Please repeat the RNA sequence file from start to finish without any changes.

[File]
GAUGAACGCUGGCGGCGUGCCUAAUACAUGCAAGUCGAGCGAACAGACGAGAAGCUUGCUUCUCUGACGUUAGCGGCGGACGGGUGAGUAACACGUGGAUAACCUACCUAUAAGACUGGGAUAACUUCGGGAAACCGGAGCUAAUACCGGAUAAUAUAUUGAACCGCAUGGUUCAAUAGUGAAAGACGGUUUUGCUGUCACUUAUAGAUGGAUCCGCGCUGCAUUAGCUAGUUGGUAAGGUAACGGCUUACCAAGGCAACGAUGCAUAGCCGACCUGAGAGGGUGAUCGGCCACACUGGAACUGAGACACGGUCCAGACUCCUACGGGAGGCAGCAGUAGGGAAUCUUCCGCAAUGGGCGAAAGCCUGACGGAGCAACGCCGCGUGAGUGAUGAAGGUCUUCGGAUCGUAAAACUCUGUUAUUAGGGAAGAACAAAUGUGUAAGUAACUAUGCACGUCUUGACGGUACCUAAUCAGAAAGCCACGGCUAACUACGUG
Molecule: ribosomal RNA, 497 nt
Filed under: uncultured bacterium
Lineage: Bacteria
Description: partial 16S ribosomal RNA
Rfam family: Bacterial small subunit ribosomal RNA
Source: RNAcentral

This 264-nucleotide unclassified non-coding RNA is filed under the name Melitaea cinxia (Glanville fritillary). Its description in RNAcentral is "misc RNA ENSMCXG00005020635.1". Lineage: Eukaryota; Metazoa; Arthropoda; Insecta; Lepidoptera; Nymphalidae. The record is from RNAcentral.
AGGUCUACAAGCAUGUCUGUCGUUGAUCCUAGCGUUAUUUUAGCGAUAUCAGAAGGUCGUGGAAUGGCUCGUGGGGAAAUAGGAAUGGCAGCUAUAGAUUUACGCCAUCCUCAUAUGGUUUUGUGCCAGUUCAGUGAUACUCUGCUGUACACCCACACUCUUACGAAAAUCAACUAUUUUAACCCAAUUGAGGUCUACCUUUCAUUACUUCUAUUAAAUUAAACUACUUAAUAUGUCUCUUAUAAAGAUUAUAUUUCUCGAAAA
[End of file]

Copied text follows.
GAUGAACGCUGGCGGCGUGCCUAAUACAUGCAAGUCGAGCGAACAGACGAGAAGCUUGCUUCUCUGACGUUAGCGGCGGACGGGUGAGUAACACGUGGAUAACCUACCUAUAAGACUGGGAUAACUUCGGGAAACCGGAGCUAAUACCGGAUAAUAUAUUGAACCGCAUGGUUCAAUAGUGAAAGACGGUUUUGCUGUCACUUAUAGAUGGAUCCGCGCUGCAUUAGCUAGUUGGUAAGGUAACGGCUUACCAAGGCAACGAUGCAUAGCCGACCUGAGAGGGUGAUCGGCCACACUGGAACUGAGACACGGUCCAGACUCCUACGGGAGGCAGCAGUAGGGAAUCUUCCGCAAUGGGCGAAAGCCUGACGGAGCAACGCCGCGUGAGUGAUGAAGGUCUUCGGAUCGUAAAACUCUGUUAUUAGGGAAGAACAAAUGUGUAAGUAACUAUGCACGUCUUGACGGUACCUAAUCAGAAAGCCACGGCUAACUACGUG
Molecule: ribosomal RNA, 497 nt
Filed under: uncultured bacterium
Lineage: Bacteria
Description: partial 16S ribosomal RNA
Rfam family: Bacterial small subunit ribosomal RNA
Source: RNAcentral

This 264-nucleotide unclassified non-coding RNA is filed under the name Melitaea cinxia (Glanville fritillary). Its description in RNAcentral is "misc RNA ENSMCXG00005020635.1". Lineage: Eukaryota; Metazoa; Arthropoda; Insecta; Lepidoptera; Nymphalidae. The record is from RNAcentral.
AGGUCUACAAGCAUGUCUGUCGUUGAUCCUAGCGUUAUUUUAGCGAUAUCAGAAGGUCGUGGAAUGGCUCGUGGGGAAAUAGGAAUGGCAGCUAUAGAUUUACGCCAUCCUCAUAUGGUUUUGUGCCAGUUCAGUGAUACUCUGCUGUACACCCACACUCUUACGAAAAUCAACUAUUUUAACCCAAUUGAGGUCUACCUUUCAUUACUUCUAUUAAAUUAAACUACUUAAUAUGUCUCUUAUAAAGAUUAUAUUUCUCGAAAA